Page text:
The non-woven, synthetic-origin material (think fiberglass) was also really hard to cut. Even with a brand-new razor blade, I had trouble getting perfect cuts around moldings, and also in a whole lot of other simpler areas.

These two rooms were hard enough, with minimal angles and corners and intricate moldings. If this had been a bathroom, or another room with a lot of turns and fancy cuts, it would have been really difficult to prevent creases and other damage to the wallpaper.

As it was, I spent about nine hours hanging these four single rolls of paper.

This is a wonderfully restored 1939 home in the Rice University area of central Houston.

Tailored and White-Washed Cork Wallpaper – Home Office

February 13, 2021

During the pandemic, the man and wife are both working from home … in the same improvised home office … and getting on each other’s nerves. The lady of the house decreed it’s time for the guy to move out!

So they commandeered the home’s original living room and are turning it into an office for him.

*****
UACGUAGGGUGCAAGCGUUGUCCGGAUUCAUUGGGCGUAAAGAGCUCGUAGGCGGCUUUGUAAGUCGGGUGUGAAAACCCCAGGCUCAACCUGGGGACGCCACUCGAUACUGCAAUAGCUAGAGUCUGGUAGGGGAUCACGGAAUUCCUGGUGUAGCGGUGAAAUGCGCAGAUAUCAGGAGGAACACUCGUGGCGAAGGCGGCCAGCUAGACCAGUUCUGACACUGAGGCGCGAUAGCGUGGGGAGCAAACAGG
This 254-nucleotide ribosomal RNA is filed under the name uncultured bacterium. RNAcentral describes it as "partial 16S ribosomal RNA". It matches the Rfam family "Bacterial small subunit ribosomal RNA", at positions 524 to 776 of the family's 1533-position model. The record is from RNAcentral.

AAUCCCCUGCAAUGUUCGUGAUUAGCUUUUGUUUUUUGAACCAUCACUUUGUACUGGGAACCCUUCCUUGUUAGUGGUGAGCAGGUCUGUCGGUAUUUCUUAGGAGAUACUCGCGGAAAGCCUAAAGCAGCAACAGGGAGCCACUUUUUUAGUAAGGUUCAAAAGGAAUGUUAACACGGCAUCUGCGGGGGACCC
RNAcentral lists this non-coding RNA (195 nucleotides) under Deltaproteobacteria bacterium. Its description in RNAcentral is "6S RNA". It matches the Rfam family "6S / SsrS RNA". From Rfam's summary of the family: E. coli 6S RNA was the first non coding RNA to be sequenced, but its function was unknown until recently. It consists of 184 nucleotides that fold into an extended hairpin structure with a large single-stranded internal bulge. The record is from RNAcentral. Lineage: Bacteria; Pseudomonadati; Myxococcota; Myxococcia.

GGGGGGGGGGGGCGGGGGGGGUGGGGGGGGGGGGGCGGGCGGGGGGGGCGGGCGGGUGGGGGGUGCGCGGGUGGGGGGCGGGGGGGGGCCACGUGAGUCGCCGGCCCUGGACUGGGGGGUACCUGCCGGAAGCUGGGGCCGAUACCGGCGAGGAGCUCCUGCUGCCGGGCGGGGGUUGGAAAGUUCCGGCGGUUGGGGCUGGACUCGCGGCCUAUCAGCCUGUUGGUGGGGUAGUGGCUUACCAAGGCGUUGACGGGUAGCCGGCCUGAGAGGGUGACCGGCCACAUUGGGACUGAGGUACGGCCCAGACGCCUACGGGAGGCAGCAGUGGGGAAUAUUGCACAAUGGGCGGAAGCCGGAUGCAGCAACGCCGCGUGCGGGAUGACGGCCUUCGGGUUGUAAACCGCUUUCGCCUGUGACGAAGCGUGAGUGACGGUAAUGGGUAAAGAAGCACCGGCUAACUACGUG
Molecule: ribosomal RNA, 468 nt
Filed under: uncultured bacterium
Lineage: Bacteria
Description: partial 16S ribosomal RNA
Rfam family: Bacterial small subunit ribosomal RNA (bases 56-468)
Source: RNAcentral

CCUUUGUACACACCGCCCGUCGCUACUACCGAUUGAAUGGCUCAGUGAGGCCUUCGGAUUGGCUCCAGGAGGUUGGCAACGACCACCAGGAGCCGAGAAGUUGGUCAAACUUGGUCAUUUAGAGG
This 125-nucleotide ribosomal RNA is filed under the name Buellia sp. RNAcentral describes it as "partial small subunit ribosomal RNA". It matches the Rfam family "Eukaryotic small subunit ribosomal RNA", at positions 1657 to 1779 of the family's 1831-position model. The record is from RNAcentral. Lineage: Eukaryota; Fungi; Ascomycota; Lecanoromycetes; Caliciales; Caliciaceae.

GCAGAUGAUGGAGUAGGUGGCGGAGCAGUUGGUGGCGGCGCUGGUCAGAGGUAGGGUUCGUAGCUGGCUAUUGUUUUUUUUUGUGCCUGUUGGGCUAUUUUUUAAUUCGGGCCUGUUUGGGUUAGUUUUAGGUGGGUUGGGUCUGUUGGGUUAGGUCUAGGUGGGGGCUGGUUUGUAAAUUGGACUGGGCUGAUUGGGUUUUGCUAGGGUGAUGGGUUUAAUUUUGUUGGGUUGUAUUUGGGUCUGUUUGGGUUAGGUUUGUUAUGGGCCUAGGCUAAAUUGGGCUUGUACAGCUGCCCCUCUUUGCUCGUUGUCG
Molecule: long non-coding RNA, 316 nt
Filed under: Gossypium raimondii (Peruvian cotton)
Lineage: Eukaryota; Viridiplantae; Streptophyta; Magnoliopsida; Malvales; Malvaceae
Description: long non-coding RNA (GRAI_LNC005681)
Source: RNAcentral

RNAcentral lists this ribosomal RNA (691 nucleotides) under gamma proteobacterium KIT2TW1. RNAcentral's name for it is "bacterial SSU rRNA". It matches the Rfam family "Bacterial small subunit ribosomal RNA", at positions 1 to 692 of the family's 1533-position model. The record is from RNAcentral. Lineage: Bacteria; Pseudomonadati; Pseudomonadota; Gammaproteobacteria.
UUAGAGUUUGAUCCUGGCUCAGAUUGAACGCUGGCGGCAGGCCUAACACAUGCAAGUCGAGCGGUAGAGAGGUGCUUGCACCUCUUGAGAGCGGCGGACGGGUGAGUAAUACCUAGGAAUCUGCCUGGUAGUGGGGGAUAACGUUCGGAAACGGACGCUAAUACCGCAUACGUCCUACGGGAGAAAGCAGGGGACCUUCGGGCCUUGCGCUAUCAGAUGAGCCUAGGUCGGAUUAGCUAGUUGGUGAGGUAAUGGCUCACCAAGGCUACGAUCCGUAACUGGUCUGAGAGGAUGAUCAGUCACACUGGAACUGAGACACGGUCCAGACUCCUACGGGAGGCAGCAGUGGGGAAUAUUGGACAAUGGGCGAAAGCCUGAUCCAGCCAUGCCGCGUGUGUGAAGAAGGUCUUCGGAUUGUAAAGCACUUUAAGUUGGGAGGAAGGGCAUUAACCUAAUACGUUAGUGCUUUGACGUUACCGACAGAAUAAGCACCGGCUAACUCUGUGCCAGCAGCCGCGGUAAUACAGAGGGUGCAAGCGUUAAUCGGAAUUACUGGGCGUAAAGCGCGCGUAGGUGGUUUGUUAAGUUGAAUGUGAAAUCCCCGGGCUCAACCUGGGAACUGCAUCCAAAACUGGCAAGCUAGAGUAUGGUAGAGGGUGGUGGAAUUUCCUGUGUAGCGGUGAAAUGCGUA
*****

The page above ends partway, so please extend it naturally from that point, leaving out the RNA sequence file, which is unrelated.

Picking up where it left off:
They wanted something to warm the look of the four all-white walls, while maintaining an air of professionalism and business, and at the same time being a choice that could transition to another use, once the pandemic ends and the room no longer needs to serve as an office.

This white-washed cork wallpaper with flecks of gold is the perfect choice for an accent wall behind the man’s desk.

As with all natural material wallpapers, you can expect shading and color variations between and even within strips. This one turned out pretty homogeneous.

I don’t have information on the brand or manufacturer. The material is natural cork, which is applied to the paper backing in bocks approximately 6″ square. It comes 3′ wide x 24′ long, and is a paste-the-material product.